We admired the pristine graves covered in a riot of plastic flowers and wondered about the crumbly ones covered in wildflowers and weeds. We sought out the Grave of the Unknown Indian, who is believed to be the last Selk’nam. His skeleton was found near town and citizens raised the money to have a statue made in his honor. The plaques surrounding him are in gratitude from people who say their wishes came true after touching his hand. Maybe I will be coming back to add one… but only in the summer. But, by far, the most intriguing sections, are the walls of locker-sized funerary urn receptacles and the elaborate way they are decorated. Each one is a unique tribute.
On the way back to the ship, we saw a group of nesting birds, on a dilapidated pier that had been severed from land, and thought what a strange place it was to have a colony. They were not deterred by the wind.
Buenos Aires, the capital of Argentina, is pretty close to Montevideo. Just up the River Plate about 100 miles. 15 million people reside here. If your career goals include becoming a professional pickpocket or mugger, this is where you should aspire to live. Their skills are flawless, and honed to perfection. They are the best. Hands down (or up… depending).
A fellow passenger’s Rolex was pried right off his wrist outside the Evita Museum. We saw the bruises. The attacker grabbed him around the neck in a choke hold, and when his arms went up in a reflexive gesture of protection, the watch was unclipped and liberated. The assailant ran to a waiting scooter, hopped on the back (a bad-ass Harley would have been more fitting) and sped off. The entire episode was over in 15 seconds. He was not seriously hurt, and he managed to stay on his feet. We heard about 6 stolen purses and several men whose wallets were emancipated from their back pockets. Many necks returned to the ship unadorned, and the ladies never felt a thing. These masterminds are soundless, sneaky, move like the wind, and travel in teams. They don’t need guns or knives. All they have to do is hang out at tourist attractions and select their oblivious marks.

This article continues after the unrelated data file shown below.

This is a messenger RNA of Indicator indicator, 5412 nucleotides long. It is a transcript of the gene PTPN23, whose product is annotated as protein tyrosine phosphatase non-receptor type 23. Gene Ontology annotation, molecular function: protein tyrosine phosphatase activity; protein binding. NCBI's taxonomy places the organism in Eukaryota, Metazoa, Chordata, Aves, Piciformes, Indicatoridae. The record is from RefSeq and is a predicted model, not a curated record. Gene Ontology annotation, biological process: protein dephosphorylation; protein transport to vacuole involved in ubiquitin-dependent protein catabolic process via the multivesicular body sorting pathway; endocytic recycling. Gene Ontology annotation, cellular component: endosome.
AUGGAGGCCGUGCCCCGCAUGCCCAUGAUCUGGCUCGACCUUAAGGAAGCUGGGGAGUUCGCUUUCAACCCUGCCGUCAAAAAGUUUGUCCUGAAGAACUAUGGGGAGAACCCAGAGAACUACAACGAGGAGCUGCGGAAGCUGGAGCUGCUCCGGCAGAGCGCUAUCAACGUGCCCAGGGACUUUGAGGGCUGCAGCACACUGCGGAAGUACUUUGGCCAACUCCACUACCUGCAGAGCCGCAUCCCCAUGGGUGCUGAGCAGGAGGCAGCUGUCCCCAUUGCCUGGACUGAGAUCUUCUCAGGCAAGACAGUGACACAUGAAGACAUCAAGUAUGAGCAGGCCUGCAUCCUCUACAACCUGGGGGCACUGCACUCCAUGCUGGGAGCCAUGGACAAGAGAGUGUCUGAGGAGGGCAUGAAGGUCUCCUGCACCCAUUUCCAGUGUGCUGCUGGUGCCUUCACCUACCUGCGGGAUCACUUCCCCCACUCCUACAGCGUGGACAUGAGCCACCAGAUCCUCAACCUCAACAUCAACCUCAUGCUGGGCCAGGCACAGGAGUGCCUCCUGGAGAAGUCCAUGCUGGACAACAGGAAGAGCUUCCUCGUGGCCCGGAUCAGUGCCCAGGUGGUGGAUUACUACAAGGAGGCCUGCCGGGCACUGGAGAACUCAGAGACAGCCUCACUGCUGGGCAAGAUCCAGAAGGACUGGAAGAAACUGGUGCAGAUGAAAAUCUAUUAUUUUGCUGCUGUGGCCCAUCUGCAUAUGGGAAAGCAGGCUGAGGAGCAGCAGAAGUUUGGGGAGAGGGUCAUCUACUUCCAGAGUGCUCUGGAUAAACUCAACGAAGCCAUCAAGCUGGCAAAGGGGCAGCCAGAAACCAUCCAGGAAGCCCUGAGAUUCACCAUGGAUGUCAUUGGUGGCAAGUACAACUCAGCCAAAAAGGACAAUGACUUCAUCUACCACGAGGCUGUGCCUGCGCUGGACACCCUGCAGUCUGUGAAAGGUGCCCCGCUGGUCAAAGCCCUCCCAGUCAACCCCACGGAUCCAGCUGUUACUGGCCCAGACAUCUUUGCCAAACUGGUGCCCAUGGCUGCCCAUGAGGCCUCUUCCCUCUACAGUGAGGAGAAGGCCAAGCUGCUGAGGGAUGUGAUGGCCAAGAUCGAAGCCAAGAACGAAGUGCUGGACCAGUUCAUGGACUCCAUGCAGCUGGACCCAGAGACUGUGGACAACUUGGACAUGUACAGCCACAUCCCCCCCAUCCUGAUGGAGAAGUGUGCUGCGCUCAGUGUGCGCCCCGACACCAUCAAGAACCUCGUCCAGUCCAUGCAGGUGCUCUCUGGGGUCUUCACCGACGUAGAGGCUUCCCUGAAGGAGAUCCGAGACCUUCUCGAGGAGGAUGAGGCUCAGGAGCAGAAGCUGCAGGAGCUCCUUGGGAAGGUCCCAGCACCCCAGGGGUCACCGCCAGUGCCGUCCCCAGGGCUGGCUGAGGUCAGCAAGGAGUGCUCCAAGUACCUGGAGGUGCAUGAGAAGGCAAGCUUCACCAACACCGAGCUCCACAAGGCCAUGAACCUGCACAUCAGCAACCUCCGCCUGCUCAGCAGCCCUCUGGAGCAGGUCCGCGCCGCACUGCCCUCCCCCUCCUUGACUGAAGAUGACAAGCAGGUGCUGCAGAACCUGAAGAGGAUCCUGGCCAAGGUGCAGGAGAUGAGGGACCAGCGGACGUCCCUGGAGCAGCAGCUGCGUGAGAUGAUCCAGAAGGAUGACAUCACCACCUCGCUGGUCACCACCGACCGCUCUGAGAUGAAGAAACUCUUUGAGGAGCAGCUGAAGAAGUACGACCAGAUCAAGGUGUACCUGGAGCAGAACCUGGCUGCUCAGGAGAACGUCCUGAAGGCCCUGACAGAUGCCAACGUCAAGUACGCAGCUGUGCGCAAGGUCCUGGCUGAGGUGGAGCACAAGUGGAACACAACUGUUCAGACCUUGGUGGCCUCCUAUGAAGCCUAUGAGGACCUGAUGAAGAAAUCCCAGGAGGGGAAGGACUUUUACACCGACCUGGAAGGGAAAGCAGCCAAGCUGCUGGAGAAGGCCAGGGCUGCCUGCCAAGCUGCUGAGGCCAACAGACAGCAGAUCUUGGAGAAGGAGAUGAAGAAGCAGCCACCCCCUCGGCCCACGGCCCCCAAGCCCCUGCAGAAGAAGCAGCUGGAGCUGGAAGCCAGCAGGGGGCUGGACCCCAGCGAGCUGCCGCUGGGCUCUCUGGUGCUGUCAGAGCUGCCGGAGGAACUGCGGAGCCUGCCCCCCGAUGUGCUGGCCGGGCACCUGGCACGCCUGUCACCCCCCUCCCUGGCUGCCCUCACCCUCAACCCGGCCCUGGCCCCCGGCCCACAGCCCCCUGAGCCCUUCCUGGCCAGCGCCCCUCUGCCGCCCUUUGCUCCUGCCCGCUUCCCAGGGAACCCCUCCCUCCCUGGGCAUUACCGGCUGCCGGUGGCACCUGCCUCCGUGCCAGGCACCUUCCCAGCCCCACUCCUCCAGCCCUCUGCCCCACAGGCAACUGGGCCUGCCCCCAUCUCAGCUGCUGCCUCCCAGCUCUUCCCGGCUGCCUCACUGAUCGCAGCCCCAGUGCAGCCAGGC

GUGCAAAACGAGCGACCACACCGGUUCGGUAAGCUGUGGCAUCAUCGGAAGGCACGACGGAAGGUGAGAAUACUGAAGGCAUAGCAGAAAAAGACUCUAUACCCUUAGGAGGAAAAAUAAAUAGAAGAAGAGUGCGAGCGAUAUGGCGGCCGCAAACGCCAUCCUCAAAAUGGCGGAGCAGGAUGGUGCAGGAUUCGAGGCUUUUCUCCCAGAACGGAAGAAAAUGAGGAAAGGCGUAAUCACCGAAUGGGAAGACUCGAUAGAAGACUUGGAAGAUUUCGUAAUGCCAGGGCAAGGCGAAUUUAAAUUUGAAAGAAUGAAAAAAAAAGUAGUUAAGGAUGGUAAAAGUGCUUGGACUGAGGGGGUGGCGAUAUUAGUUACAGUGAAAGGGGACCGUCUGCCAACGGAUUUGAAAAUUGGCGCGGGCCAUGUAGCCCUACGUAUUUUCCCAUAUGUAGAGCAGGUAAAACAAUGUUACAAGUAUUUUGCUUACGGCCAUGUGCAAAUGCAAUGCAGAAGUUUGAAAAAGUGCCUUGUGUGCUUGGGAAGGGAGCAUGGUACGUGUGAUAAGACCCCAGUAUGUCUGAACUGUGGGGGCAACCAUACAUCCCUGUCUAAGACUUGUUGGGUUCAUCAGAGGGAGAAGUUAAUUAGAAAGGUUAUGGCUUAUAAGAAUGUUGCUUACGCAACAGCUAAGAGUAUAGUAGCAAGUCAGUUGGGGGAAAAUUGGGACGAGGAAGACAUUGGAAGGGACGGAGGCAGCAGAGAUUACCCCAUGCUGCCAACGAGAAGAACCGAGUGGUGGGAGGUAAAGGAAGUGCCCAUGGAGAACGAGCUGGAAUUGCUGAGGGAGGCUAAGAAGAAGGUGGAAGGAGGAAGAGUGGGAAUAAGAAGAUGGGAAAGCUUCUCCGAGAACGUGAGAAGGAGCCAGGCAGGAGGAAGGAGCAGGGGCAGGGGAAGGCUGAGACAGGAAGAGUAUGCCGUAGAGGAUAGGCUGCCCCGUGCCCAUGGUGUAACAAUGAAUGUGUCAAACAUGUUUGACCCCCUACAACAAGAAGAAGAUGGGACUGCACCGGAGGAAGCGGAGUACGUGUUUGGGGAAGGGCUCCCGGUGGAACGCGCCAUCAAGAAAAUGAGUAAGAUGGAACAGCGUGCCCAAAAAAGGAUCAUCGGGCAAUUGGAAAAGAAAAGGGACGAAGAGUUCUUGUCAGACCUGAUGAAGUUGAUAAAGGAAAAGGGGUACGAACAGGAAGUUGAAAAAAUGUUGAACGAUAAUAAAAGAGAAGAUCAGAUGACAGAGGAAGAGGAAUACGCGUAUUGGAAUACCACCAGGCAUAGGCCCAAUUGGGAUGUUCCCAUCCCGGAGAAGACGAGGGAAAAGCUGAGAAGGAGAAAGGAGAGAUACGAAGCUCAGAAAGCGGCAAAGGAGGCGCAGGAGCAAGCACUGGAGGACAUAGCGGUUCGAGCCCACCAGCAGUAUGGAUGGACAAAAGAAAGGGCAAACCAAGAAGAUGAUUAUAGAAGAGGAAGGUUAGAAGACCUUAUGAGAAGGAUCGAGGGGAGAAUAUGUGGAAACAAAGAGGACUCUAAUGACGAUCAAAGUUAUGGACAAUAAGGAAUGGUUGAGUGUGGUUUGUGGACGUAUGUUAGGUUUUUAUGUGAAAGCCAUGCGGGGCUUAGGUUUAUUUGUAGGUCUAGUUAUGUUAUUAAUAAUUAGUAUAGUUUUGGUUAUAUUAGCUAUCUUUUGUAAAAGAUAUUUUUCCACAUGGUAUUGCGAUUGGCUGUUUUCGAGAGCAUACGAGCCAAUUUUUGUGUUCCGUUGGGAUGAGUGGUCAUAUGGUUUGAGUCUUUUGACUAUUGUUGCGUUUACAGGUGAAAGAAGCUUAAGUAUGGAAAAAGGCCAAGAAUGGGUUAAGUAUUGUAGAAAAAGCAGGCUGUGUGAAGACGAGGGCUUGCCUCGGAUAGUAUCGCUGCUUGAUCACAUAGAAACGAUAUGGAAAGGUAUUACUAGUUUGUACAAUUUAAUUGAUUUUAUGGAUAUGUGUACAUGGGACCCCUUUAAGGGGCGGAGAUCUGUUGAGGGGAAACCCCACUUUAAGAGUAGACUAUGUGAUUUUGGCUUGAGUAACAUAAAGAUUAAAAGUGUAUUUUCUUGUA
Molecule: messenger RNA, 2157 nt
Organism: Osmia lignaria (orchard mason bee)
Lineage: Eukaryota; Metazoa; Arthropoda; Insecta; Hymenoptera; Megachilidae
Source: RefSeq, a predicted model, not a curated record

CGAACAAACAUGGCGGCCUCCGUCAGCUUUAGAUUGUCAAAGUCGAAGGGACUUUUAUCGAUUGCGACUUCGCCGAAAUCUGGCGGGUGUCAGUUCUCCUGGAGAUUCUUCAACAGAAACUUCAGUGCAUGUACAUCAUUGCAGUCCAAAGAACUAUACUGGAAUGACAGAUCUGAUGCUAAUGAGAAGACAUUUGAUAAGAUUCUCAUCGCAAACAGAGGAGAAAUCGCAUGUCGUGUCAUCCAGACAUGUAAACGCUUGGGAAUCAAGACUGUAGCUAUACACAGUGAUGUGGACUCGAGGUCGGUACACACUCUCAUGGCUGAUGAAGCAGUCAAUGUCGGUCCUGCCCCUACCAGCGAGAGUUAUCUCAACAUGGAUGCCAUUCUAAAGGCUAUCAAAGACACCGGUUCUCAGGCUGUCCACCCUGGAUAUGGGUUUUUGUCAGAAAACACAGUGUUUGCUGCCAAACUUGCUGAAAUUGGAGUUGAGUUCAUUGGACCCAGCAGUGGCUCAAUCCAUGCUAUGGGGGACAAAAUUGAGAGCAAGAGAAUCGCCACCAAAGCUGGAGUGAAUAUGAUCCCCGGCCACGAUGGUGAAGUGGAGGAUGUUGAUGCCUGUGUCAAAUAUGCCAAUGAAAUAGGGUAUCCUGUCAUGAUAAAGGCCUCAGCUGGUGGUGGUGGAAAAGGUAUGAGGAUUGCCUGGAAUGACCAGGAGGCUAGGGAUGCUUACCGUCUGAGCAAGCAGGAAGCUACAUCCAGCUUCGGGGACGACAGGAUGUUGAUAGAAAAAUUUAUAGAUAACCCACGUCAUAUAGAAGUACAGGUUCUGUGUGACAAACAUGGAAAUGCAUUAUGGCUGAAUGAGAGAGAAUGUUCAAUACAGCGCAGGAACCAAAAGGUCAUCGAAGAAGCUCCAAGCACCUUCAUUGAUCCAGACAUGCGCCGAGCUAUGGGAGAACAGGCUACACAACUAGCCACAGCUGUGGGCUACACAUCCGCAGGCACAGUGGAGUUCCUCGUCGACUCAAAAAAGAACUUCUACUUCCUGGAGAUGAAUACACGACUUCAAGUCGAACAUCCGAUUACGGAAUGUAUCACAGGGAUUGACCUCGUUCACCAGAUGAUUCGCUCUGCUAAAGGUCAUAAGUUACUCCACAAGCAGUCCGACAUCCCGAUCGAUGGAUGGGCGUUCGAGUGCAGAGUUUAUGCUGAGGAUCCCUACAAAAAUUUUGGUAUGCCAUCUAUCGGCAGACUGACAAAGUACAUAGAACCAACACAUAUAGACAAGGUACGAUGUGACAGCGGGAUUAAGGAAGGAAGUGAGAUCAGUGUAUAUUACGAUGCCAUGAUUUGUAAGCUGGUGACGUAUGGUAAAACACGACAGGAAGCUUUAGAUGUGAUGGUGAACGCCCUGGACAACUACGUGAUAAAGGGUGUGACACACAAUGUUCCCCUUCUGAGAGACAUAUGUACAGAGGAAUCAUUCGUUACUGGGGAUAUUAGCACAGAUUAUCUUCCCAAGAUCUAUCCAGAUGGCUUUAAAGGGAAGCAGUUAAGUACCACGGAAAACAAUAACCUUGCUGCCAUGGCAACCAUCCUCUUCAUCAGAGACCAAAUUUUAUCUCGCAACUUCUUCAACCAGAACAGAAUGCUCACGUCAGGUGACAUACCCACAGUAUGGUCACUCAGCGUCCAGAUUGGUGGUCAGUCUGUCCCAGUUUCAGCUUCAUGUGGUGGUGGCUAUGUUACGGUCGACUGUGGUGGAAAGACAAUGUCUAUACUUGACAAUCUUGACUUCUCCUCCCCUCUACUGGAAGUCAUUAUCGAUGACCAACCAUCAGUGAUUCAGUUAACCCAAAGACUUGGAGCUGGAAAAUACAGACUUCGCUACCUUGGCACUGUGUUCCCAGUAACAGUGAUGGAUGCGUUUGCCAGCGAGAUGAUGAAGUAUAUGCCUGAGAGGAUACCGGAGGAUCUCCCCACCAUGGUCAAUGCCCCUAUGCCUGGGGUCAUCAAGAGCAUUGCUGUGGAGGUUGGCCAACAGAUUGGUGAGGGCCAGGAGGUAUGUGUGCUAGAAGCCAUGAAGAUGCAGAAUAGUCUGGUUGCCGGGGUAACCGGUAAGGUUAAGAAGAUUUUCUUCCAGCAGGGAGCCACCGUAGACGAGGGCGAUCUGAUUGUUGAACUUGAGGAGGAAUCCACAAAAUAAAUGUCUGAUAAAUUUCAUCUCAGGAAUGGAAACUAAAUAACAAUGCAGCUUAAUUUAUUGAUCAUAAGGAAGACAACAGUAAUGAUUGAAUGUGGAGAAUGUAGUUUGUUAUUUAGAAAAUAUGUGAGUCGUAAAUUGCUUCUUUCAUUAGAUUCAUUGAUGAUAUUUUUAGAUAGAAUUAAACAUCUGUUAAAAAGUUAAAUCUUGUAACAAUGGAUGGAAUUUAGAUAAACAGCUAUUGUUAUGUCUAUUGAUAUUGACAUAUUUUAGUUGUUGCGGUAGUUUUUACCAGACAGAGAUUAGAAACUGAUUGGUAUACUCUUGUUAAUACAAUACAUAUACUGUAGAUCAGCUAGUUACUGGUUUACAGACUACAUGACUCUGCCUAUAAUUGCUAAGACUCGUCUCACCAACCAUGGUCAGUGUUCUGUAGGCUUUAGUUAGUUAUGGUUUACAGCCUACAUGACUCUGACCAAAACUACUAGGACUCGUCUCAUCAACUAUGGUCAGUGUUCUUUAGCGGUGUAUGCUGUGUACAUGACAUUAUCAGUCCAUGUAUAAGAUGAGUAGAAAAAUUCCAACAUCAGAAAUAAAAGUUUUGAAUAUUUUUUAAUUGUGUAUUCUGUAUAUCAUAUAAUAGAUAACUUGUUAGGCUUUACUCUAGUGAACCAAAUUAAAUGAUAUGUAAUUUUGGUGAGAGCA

Stealing is bad. But, trying to survive in a city that has suffered from over 2,000 percent inflation since the last major financial collapse makes people desperate. We know all about it, we were here when it happened. In late December 2001, we spent 3 days in Buenos Aires before heading to Antartica to hang out with the penguins. I remember thousands of people standing in line at the banks, which were padlocked shut. Customer’s accounts were frozen. Before we left, the country was on the verge of imploding financially, politically, and socially.
While we were peacefully floating around at the bottom of the world, President Fernando de la Rue resigned after 27 people died in food riots. One in four children was suffering from malnutrition in a country that is capable of feeding 10 times it’s population. The jobless rate was 25% and half the population was well below the poverty line. By the time we returned to Buenos Aires 3 weeks later, the country had chewed up and spit out 7 new presidents. A few days after we returned home, the government devalued the Peso, ending 10 years of parity with the US Dollar.
Argentina is well known as a country of political drama and military dictatorships. The distribution of wealth and resources is extremely skewed. It remains the property of around 200 close knit families known as the oligarchy. This distortion in “ownership” continues to stunt the country’s growth and political life.